Modification Enforcement

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Modification Enforcement 2017-05-23T16:57:01+00:00

Experienced Family Lawyers Assisting in Order Modification & Enforcement

The attorneys at Tranchina & Mansfield, LLC have experience assisting clients in the modification of child custody, support, and spousal support orders, as well as the enforcement of court orders when a parent or former spouse is not meeting his or her custody or support obligations.

Modifying Custody, Support & Spousal Maintenance Orders in Louisiana

A party to a custody, child support, or spousal support order may file a petition to request a modification to an existing order if either party has experienced a material change in circumstances. When the proposed modification involves child custody or visitation, it must also be in the best interest of the child.

A material change of circumstance may include, but is not limited to:

  • A former spouse’s remarriage or cohabitation with another person.
  • A former spouse gains new employment or a promotion.
  • One parent decides to move out of state or far from the other parent.
  • A child’s changing needs, including cases in which a child develops special needs.
  • A party’s deteriorating physical or mental condition, such as by drug or alcohol abuse.
  • One parent’s interference with a child’s relationship with the other parent.
  • A party’s conviction of a crime.

At Tranchina & Mansfield, LLC we are committed to achieving our clients’ goals, and have helped many clients successfully modify custody, visitation, support, and spousal support judgments.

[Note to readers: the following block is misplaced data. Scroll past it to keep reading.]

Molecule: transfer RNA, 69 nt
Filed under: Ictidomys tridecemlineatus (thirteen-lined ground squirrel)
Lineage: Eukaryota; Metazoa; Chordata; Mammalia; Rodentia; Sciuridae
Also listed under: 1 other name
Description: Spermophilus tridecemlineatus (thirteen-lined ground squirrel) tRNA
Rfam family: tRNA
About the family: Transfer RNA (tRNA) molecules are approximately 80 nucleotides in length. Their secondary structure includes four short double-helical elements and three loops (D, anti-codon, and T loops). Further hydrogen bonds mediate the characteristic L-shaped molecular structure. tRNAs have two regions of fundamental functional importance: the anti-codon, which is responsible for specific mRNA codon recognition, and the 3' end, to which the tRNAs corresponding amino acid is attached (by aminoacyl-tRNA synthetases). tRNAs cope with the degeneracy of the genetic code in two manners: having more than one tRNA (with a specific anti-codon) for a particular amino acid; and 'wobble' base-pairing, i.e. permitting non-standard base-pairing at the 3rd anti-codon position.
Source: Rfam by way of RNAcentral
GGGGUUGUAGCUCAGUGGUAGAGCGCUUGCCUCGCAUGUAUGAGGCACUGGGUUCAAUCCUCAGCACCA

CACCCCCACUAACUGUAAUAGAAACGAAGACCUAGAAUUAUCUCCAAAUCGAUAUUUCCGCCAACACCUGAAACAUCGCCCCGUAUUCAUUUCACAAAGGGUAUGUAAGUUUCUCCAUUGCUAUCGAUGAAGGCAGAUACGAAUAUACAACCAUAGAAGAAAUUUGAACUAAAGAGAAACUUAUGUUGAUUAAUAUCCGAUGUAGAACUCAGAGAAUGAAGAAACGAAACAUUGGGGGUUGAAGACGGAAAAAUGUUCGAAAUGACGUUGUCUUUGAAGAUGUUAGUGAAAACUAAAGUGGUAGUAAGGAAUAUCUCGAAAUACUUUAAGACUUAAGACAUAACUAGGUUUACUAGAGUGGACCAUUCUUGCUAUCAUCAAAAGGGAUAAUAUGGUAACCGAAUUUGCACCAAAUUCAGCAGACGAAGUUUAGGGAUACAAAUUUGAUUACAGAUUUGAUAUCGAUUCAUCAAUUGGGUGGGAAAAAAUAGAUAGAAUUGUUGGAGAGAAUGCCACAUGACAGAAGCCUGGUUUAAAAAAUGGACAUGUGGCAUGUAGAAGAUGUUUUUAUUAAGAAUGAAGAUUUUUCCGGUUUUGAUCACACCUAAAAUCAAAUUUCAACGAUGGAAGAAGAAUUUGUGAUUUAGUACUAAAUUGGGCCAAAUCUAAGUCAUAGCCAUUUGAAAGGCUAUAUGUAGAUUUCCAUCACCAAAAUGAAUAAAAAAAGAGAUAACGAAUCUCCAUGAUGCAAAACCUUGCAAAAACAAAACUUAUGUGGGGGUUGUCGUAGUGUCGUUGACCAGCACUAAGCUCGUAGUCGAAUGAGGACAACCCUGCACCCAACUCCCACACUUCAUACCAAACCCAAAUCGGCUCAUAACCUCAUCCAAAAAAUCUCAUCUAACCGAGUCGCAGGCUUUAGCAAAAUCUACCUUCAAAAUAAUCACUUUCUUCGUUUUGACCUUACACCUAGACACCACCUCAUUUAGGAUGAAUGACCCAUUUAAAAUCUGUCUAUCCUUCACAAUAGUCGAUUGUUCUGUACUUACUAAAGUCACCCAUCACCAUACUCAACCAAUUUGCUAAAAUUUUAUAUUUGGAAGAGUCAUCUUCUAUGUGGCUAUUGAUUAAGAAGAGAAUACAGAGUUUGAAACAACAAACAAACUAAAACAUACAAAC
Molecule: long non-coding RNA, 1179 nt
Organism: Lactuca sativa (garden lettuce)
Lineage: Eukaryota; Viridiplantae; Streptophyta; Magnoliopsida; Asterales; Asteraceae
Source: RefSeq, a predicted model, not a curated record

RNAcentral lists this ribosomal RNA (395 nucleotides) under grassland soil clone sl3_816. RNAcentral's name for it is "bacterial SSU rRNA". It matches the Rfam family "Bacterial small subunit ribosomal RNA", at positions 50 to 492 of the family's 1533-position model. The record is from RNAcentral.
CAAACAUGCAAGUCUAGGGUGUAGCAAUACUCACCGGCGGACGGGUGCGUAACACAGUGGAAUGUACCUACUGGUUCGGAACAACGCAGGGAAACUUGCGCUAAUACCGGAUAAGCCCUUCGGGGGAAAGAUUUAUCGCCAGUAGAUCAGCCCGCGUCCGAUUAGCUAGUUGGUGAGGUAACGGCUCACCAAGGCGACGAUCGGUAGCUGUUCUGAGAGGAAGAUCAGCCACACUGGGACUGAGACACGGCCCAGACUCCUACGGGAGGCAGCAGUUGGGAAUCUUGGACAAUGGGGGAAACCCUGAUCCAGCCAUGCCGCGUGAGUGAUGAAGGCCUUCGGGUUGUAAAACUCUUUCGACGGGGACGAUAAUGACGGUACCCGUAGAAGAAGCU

Enforcing Louisiana Custody & Support Orders

Once a court establishes a custody, child support, or spousal support order, nothing short of a court-approved modification or extreme circumstances can relieve a party’s obligation to follow the order. When a party is not obeying an order of the court, Louisiana law provides administrative processes to enforce the orders at issue.

If administrative enforcement processes do not succeed, we may ask a court to enforce an order by issuing mandatory money judgments for past-due payments, by placing a noncustodial parent into a work program, by suspending professional licenses, or by issuing probation or jail sentences. Our attorneys can help clients petition for the enforcement of court orders, and may also defend clients against enforcement actions.